Questioning, querying, probing and poking….


I have been writing a column for the Southern Eye for a while now. The title of the column is ‘Agreeing to Disagree’.

I kind of use it as a platform to ask, probe, query and poke viciously at sleeping dogs. Here are just a few of the things I’ve been mulling over:

The elections are over, what else is left other than closing a chapter on Zimbabwe bearing in mind that:

What remains open is the next blank page after this chapter. What remains alive to possibility and what our hopes can latch onto and our dreams can hinge on, is the undeniable fact that five years from now there exists an opportunity to rewrite the narrative. It is an opportunity that can only be realised by the choices we make today and the resolutions that we commit to here and now.

…as long as we choose to care, hope is not lost


I think our commitment to the future of our country will be determined by the extent to which we are willing to care. When we get to that point where we want to throw our hands up in despair, it might be worth considering the possibility that caring is the only patriotic thing left to do because:

Indifference is the easiest thing in life. It is the most convenient cope-out of all. Just decide you don’t care. Decide you’re not going to lose any sleep over anything that doesn’t appear to remotely affect your bread-and-butter
issues. But the problem is that if you stop caring, you give power to those who would run the country aground and surrender your agency as a person to determine the course of your own life (to whatever extent it is within your means to influence political actors).
Five years is a long time not to care.

And then there was a week in which ZANU PF (in usual consultation with itself) conferred national hero status to three people…. it made me think about the selection criteria and wonder how much of the history I think I know is actually accurate. I think there’s a real possibility that we will remember historical lies for as long as ZANU PF maintains its hegemonic and monologic stranglehold on the nation’s liberation struggle narrative. In my musings I wrote:

It has been said that without memory we become less than ourselves and it matters what our real historical narrative is all about rather than having one party using history to claim political legitimacy. Where are the people who remember differently? Where are the people who were there when it happened and who can refute what the public media has constantly churned out, what the history books have claimed and what Zanu PF has insisted on propagating?
What really happened? Is it true that Zanu PF single-handedly liberated the country as they have claimed non-stop?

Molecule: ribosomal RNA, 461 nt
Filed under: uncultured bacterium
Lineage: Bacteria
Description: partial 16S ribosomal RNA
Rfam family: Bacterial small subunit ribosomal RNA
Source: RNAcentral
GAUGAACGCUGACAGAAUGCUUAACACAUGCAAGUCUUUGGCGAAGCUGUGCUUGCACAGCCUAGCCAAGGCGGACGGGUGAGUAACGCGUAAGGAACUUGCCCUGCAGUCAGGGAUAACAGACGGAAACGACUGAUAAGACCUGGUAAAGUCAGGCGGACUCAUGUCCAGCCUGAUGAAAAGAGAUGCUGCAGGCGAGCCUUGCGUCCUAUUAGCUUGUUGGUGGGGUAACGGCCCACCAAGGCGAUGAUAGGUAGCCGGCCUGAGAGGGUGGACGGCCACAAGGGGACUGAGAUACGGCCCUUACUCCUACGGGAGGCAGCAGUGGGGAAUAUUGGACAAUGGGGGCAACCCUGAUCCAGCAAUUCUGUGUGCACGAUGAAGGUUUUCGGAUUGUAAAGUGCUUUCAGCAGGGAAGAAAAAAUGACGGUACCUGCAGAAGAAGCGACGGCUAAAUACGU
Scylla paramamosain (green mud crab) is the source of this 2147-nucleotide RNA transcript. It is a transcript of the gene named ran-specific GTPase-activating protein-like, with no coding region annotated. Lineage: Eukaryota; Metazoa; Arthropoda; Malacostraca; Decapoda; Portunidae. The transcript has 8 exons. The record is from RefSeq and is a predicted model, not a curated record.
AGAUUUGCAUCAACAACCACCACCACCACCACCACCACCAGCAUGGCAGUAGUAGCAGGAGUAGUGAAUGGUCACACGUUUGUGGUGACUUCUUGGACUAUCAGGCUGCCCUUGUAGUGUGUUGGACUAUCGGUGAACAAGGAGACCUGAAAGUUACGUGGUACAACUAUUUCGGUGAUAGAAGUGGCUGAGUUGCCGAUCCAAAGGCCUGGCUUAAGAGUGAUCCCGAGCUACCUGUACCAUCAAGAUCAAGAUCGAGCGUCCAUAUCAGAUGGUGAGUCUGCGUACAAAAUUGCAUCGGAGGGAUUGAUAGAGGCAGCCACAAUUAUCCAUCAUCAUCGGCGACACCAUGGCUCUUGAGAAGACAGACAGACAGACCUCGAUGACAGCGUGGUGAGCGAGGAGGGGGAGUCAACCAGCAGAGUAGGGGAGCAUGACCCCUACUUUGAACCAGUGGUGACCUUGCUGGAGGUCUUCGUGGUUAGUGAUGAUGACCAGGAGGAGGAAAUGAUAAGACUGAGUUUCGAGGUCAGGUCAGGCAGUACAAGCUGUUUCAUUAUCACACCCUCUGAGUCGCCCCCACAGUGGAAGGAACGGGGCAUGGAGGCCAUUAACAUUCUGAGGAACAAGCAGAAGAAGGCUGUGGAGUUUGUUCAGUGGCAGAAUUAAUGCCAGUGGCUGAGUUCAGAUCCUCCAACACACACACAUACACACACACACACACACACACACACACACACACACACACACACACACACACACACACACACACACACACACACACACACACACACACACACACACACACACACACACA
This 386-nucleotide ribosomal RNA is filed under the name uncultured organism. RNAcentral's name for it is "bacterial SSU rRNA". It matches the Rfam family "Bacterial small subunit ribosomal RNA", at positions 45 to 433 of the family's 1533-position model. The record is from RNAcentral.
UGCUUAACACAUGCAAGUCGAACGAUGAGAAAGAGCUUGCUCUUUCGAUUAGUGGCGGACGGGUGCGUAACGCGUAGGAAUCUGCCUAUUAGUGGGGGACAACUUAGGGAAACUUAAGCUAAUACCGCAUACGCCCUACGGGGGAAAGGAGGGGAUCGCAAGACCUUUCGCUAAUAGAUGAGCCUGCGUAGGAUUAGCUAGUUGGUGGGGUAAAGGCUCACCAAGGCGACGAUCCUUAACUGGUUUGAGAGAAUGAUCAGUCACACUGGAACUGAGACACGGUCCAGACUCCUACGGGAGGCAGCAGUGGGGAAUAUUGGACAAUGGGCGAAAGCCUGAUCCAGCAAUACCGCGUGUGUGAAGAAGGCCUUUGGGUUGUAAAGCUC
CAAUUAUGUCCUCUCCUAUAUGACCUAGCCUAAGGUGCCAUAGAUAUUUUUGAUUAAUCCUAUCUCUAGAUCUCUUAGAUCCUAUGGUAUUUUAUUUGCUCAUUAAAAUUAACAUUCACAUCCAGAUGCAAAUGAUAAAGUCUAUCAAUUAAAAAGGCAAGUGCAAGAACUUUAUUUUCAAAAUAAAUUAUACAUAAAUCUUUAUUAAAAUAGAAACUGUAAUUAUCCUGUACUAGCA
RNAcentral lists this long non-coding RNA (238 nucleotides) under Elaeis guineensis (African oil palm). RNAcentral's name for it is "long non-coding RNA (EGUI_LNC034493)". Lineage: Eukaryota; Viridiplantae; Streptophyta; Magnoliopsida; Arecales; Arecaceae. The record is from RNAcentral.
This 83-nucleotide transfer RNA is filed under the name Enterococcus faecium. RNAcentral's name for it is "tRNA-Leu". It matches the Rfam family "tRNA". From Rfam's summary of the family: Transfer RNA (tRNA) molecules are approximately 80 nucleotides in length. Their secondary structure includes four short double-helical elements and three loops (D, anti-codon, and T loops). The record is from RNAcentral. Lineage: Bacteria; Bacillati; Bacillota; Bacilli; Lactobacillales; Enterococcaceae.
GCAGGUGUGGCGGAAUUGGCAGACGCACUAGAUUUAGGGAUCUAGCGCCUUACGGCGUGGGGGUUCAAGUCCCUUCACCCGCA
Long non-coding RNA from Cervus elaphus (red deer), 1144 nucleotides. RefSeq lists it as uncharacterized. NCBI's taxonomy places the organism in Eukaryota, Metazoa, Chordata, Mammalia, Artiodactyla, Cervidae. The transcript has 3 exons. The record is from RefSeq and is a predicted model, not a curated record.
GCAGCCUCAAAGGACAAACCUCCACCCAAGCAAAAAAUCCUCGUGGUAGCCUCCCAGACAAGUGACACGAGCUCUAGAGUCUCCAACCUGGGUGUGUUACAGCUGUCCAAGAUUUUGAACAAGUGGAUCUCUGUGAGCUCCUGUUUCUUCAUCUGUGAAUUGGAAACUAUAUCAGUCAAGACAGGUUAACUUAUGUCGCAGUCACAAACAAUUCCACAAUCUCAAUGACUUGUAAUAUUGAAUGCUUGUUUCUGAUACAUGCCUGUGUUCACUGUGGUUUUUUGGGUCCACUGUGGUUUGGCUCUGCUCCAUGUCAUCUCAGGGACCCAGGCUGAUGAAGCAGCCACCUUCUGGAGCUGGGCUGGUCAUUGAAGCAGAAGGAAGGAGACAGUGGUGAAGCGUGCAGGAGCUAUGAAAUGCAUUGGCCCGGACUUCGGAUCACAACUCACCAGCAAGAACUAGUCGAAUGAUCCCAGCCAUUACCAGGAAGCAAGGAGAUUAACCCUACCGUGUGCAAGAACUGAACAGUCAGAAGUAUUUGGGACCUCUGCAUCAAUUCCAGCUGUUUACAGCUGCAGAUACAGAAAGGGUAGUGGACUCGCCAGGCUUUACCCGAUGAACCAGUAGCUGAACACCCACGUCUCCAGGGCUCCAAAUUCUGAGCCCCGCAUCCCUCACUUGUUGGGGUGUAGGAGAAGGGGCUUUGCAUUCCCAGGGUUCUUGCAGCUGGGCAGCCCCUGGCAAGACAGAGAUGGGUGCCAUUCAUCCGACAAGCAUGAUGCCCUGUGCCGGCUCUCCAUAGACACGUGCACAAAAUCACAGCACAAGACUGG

More recently, I wondered about the love and the hate that Mugabe attracts. I was thinking of my own ambivalent feelings towards the man. I agree with so much of what he stands for (it appeals to my pan-African sensibilities) but then I find myself vehemently opposed to the manner in which it is implemented (e.g the need for land reform was noble in principle but the land grabs were unconscionable). I do wonder at the way in which he is adored on the continent and I wonder what sacrifices I made to facilitate it because who’s footing the bill for Mugabe’s glory, if not ordinary citizens like me. While they may praise him, there’s another side to the story:

How do I tell these people who gaze at my Zimbabweanness through rosetinted lenses, of nights in which neighbors tossed stones on the roof to help me wake up and collect water from the taps because it had returned just for a few minutes? How do I explain standing in queues at borders hoping to go and buy basics from neighboring countries, queueing at banks trying to withdraw a set daily amount of money whose worth was devaluing while I queued, queueing at supermarkets where I joined stampedes for a packet of salt, and getting whipped one day by an overzealous city council security officer who was manning the queues at a taxi rank after I was pushed out of the line and he thought I was trying to jump the queue? There’s a part of me that feels like Mugabe wanted to make a point. If the adulation of the Africans I have met is anything to go by, he succinctly made his point, but he made it at my expense.

Suffice to say,I’ve got a lot more questioning, querying, probing and poking to do because somehow; the answers matter to me now more than ever before. It must be a mid-life crisis of sorts. But these things do haunt me and keep me up at night. Writing the column is becoming therapeutic – somehow.

“Sorry” would have been nice


Our bitterness does not come from the fact that we’ve been hurt.

Our bitterness comes from the fact that those who have hurt us remain perpetually unrepentant.

Our bitterness comes from the fact that those who have hurt us go unpunished, make no penance and show no contrition.

And so our wounds remain gaping, our sense of violation festers like a sore and the injustices we have suffered silently, become loud screams in our heads.

We have heard our national leaders shift blame for the country’s demise. They have rationalized….but they have never once apologised for messing up our country


We have been powerless to retaliate because at first we were young (born frees) and later we were ignorant of the power of our vote (pushed to the margins by the older generation who insisted that they knew what was best for us).